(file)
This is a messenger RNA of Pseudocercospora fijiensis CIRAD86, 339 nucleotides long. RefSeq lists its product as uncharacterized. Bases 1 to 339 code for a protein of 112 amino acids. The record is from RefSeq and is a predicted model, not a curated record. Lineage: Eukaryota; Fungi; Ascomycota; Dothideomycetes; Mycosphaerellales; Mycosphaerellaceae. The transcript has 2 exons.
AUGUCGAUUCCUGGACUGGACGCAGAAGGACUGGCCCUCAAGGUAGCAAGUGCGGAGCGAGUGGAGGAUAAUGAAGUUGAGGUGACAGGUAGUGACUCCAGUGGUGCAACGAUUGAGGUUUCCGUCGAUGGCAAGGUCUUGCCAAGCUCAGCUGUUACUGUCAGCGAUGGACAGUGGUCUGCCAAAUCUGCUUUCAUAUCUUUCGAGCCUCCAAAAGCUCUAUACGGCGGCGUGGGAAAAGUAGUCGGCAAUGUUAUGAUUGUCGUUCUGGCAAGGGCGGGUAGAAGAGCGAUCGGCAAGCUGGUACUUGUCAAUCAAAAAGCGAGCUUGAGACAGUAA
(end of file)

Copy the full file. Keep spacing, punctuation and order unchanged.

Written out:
This is a messenger RNA of Pseudocercospora fijiensis CIRAD86, 339 nucleotides long. RefSeq lists its product as uncharacterized. Bases 1 to 339 code for a protein of 112 amino acids. The record is from RefSeq and is a predicted model, not a curated record. Lineage: Eukaryota; Fungi; Ascomycota; Dothideomycetes; Mycosphaerellales; Mycosphaerellaceae. The transcript has 2 exons.
AUGUCGAUUCCUGGACUGGACGCAGAAGGACUGGCCCUCAAGGUAGCAAGUGCGGAGCGAGUGGAGGAUAAUGAAGUUGAGGUGACAGGUAGUGACUCCAGUGGUGCAACGAUUGAGGUUUCCGUCGAUGGCAAGGUCUUGCCAAGCUCAGCUGUUACUGUCAGCGAUGGACAGUGGUCUGCCAAAUCUGCUUUCAUAUCUUUCGAGCCUCCAAAAGCUCUAUACGGCGGCGUGGGAAAAGUAGUCGGCAAUGUUAUGAUUGUCGUUCUGGCAAGGGCGGGUAGAAGAGCGAUCGGCAAGCUGGUACUUGUCAAUCAAAAAGCGAGCUUGAGACAGUAA